Through Tula’s mitochondrial DNA we can trace her mother’s ancestry back to where dogs and people first became friends. This map helps you visualize the routes that her ancestors took to your home. Their story is described below the map.

Haplogroup

A1b

Haplotype

A414/643

Map

A1b

Tula’s Haplogroup

This female lineage was very likely one of the original lineages in the wolves that were first domesticated into dogs in Central Asia about 15,000 years ago. Since then, the lineage has been very successful and travelled the globe! Dogs from this group are found in ancient Bronze Age fossils in the Middle East and southern Europe. By the end of the Bronze Age, it became exceedingly common in Europe. These dogs later became many of the dogs that started some of today's most popular breeds, like German Shepherds, Pugs, Whippets, English Sheepdogs and Miniature Schnauzers. During the period of European colonization, the lineage became even more widespread as European dogs followed their owners to far-flung places like South America and Oceania. It's now found in many popular breeds as well as village dogs across the world!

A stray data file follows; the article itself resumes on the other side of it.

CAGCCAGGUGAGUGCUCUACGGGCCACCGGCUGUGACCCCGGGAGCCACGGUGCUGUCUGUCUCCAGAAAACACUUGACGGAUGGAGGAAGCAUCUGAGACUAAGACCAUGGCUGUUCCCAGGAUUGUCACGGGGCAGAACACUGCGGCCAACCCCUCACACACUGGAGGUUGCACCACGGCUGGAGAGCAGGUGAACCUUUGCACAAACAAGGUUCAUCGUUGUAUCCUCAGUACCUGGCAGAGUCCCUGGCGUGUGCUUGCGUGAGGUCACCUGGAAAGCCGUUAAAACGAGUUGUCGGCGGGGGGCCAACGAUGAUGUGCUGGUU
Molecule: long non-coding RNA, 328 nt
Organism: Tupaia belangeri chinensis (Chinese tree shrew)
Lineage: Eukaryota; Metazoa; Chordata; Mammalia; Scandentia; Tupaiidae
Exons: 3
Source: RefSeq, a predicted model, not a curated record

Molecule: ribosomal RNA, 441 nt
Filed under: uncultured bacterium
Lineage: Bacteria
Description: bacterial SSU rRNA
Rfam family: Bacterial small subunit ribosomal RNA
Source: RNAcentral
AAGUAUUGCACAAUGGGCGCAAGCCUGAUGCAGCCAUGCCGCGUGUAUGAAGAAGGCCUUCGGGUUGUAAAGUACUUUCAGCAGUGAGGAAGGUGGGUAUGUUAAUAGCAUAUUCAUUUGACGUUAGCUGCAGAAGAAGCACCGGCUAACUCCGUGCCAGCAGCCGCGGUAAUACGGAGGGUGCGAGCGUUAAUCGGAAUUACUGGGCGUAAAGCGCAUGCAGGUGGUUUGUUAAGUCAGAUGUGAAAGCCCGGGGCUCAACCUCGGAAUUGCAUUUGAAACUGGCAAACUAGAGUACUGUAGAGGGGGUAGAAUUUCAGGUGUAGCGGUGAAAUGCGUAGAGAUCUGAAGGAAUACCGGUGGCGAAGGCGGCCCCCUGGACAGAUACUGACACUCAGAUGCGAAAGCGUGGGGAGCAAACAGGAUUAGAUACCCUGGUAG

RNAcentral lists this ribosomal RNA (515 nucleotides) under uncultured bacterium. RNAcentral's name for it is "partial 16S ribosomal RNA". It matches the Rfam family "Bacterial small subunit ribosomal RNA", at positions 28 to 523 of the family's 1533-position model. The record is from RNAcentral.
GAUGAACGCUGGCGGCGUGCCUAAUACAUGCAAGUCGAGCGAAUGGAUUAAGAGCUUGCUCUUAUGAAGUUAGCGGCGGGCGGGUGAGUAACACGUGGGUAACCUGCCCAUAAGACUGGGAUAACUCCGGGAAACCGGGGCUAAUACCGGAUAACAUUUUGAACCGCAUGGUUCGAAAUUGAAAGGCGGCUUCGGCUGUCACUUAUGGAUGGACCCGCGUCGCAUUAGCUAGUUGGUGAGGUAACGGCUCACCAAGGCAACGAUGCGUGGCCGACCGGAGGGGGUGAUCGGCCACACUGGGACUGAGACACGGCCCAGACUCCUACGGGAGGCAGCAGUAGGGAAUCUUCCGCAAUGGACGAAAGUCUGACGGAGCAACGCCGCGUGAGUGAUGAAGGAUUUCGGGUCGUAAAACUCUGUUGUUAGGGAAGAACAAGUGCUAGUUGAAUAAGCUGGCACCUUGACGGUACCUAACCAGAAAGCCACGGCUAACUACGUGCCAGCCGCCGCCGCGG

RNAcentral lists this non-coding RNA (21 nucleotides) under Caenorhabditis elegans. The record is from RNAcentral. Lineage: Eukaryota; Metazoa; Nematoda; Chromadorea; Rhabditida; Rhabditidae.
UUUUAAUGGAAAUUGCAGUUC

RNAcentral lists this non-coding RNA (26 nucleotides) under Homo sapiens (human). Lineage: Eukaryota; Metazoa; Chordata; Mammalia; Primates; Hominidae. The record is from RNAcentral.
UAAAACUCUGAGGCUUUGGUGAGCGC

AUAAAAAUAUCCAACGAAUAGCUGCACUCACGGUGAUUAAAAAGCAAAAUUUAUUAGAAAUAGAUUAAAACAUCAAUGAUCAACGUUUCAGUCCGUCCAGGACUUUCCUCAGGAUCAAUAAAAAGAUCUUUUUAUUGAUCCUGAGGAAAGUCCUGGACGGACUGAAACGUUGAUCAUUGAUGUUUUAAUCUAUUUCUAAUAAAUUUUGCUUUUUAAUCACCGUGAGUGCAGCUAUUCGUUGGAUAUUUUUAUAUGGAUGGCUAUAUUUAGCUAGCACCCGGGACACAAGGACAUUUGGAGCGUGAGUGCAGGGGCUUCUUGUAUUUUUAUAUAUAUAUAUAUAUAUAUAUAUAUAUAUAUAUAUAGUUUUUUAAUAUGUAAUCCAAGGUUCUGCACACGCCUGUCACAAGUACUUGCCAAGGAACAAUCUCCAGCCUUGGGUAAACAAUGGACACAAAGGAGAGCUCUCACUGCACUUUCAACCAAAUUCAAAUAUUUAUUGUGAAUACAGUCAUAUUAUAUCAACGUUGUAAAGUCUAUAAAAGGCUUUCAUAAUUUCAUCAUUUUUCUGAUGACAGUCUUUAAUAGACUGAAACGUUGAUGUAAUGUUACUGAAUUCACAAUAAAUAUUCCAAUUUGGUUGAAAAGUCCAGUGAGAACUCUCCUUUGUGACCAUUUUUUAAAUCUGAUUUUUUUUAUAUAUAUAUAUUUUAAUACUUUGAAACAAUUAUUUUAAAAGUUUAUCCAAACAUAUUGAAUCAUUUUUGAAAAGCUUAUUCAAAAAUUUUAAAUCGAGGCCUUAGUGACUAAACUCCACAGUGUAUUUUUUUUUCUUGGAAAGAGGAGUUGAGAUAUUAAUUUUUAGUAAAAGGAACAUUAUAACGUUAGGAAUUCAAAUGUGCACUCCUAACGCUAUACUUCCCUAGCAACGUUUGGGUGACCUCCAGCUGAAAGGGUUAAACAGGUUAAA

A414/643

Tula’s Haplotype

Part of the A1b haplogroup, this haplotype occurs most frequently in the English Springer Spaniels.

Some other Embark dogs with this haplotype:

A1b is the most common haplogroup found in German Shepherds.

The Paternal Haplotype reveals a dog’s deep ancestral lineage, stretching back thousands of years to the original domestication of dogs.

Are you looking for information on the breeds that Tula inherited from her mom and dad? Check out her breed breakdown and family tree.

Paternal Haplotype is determined by looking at a dog’s Y-chromosome—but not all dogs have Y-chromosomes!

Why can’t we show Paternal Haplotype results for female dogs?

All dogs have two sex chromosomes. Female dogs have two X-chromosomes (XX) and male dogs have one X-chromosome and one Y-chromosome (XY). When having offspring, female (XX) dogs always pass an X-chromosome to their puppy. Male (XY) dogs can pass either an X or a Y-chromosome—if the puppy receives an X-chromosome from its father then it will be a female (XX) puppy and if it receives a Y-chromosome then it will be a male (XY) puppy. As you can see, Y-chromosomes are passed down from a male dog only to its male offspring.

Since Tula is a female (XX) dog, she has no Y-chromosome for us to analyze and determine a paternal haplotype.